The Florida First District Court of Appeal reversed the trial court’s decision. The appellate court noted that the hospital’s uncontradicted affidavit provided that “the subject report was assembled for reporting to a patient safety organization under the act and the report was in fact submitted” pursuant to the reporting procedure under the PSQIA. Because of this, and because the report could result in improved patient safety, the court determined that it was privileged and confidential under the PSQIA. The court quashed the trial court’s order requiring disclosure of the report.
What Is Protected Under the Act?
The court’s decision derives from a clear reading of the PSQIA, and Section leaders believe the court got it right. “Because the hospital actually did submit the report to a safety organization, the report was protected, despite the plaintiff’s status,” states Valerie Fontenot, New Orleans, LA, cochair of the Section’s Health Law Litigation Committee. “The PSQIA is geared towards patient safety, and in this particular case, patient safety could have been impacted regardless of the plaintiff’s status as a visitor,” Fontenot points out.
“As a matter of policy, the court’s decision was not spot on,” suggests Joseph V. Schaeffer, Pittsburg, PA, cochair of the Section’s Pretrial Practice & Discovery Committee. “However, the court’s rationale aligns with what the statute provides,” Schaeffer says. “Interestingly, there is no definition of ‘patient’ in the PSQIA. Therefore, the application of the privilege does not have to be directly related to a patient at the hospital,” notes Shaeffer.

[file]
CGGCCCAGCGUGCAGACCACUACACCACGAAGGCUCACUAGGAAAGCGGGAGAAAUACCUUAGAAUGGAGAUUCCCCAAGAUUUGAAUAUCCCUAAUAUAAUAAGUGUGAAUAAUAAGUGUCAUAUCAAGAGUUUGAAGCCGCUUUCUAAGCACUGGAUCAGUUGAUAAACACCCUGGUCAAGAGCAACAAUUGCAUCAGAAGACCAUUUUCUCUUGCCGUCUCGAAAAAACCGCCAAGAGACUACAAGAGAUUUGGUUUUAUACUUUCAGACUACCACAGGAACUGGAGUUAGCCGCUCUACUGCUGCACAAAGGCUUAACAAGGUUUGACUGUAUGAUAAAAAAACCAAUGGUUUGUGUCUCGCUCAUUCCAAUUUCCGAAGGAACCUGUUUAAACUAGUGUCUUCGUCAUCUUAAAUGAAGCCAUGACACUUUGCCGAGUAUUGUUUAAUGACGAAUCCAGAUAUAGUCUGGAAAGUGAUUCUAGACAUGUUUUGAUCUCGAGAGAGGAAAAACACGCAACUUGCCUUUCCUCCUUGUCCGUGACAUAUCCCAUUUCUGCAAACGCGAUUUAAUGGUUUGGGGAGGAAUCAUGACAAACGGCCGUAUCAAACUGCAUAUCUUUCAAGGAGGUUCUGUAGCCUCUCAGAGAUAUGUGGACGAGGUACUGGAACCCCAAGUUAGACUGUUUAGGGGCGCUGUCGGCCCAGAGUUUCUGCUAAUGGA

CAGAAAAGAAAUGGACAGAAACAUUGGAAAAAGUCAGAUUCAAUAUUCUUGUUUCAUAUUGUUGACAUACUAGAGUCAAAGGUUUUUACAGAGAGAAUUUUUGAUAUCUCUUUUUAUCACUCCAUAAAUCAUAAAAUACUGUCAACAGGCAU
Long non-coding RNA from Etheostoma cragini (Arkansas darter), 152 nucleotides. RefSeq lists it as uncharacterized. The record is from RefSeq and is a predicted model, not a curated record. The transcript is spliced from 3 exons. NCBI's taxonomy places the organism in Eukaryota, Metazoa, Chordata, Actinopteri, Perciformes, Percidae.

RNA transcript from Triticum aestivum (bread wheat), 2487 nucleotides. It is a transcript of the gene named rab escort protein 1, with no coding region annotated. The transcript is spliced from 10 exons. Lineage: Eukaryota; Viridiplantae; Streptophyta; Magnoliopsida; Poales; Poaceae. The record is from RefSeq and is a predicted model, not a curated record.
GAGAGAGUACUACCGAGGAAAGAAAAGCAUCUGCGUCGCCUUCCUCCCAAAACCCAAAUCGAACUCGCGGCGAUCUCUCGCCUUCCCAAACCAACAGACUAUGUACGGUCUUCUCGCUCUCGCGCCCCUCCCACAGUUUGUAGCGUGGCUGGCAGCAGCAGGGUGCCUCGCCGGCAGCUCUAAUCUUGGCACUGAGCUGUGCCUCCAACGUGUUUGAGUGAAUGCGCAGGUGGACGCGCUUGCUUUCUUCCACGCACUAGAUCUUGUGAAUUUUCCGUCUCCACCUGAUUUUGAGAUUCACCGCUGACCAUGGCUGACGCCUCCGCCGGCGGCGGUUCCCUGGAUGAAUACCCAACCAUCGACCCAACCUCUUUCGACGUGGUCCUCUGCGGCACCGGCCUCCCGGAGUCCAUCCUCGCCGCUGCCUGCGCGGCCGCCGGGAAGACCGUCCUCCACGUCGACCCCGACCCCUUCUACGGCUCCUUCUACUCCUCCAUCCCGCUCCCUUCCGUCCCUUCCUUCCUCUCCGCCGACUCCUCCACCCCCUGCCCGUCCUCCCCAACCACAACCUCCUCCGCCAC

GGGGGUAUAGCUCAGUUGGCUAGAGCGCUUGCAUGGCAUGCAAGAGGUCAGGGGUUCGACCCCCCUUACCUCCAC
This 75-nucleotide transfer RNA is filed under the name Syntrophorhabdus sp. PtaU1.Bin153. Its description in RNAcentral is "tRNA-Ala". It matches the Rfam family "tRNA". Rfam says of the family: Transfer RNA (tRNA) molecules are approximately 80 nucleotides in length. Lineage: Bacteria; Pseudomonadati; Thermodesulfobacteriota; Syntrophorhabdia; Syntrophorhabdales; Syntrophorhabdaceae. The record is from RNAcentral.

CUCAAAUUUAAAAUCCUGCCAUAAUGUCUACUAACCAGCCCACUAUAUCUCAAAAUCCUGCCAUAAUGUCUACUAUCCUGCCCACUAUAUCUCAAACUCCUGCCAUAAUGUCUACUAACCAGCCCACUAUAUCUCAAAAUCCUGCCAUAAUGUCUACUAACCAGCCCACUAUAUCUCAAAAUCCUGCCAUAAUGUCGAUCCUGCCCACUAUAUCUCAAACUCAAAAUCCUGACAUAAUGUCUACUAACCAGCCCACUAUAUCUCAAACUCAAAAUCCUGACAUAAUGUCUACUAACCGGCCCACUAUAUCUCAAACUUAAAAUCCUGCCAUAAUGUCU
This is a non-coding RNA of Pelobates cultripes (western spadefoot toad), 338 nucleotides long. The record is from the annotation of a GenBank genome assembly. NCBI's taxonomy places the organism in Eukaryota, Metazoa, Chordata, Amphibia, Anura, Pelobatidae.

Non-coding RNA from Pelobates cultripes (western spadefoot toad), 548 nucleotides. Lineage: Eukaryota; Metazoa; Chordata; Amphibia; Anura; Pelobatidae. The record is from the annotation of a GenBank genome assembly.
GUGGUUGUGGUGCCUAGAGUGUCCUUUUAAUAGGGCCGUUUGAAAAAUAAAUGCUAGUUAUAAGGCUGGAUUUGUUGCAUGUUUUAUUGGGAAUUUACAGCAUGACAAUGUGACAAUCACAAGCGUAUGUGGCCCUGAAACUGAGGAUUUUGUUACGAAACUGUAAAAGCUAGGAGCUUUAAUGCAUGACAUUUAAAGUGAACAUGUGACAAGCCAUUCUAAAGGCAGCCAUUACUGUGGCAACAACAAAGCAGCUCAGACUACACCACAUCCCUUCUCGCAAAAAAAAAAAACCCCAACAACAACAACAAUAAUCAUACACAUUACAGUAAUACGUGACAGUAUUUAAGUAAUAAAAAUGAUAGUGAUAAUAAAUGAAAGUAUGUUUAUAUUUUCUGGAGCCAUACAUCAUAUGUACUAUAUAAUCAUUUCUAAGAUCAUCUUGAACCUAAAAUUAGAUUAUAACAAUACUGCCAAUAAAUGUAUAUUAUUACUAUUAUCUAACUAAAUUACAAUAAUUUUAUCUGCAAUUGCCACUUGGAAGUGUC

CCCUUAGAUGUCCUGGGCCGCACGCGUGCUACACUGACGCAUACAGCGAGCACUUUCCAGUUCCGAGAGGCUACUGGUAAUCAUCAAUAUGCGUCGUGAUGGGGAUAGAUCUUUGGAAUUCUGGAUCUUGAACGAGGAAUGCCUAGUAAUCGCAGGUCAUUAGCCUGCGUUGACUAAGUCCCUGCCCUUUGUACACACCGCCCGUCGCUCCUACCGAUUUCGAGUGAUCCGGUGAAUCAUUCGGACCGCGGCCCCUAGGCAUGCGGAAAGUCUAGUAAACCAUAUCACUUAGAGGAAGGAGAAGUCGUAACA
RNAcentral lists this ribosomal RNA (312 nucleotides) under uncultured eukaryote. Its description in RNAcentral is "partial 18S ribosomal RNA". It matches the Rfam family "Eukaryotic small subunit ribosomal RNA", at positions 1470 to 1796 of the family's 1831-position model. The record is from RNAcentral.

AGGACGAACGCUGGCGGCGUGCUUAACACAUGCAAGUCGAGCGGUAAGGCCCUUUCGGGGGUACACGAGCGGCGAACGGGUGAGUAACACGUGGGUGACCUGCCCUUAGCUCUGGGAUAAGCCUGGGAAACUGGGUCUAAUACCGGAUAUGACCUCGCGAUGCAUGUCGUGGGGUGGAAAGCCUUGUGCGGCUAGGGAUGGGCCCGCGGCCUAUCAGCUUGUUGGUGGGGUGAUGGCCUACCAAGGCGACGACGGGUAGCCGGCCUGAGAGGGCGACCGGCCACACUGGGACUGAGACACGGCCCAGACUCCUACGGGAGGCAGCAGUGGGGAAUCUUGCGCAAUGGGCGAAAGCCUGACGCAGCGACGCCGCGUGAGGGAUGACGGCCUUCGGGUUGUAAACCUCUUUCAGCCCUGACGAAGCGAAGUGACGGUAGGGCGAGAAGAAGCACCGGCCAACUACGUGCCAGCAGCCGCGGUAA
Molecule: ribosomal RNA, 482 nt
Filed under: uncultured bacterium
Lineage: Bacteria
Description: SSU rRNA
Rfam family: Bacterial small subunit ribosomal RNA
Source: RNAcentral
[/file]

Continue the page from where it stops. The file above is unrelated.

The Impact of the Court’s Decision
This decision should further the goal of honest reporting by health care facilities. “Providers are correcting issues that need addressing in order for their patients to be in the safest environment possible,” states Fontenot. “If the reports become public, people are probably not going to report as truthfully or report as often,” she predicts. “In fact, this ruling encourages providers to be more thorough while investigating incidents, since they would not have to produce the report to show what they did,” Fontenot concludes.
Other Section leaders note that the safety of hospital patients and visitors are connected. “This decision encourages a policy of self-reflection and allows for the hospital to take a look at the cause of the incident without fear that it might be used against them in litigation down the road,” explains Schaeffer. “This would lead to improved safety outcomes for everyone,” Schaeffer adds, “because an analysis of a visitor’s slip and fall could affect patient safety.”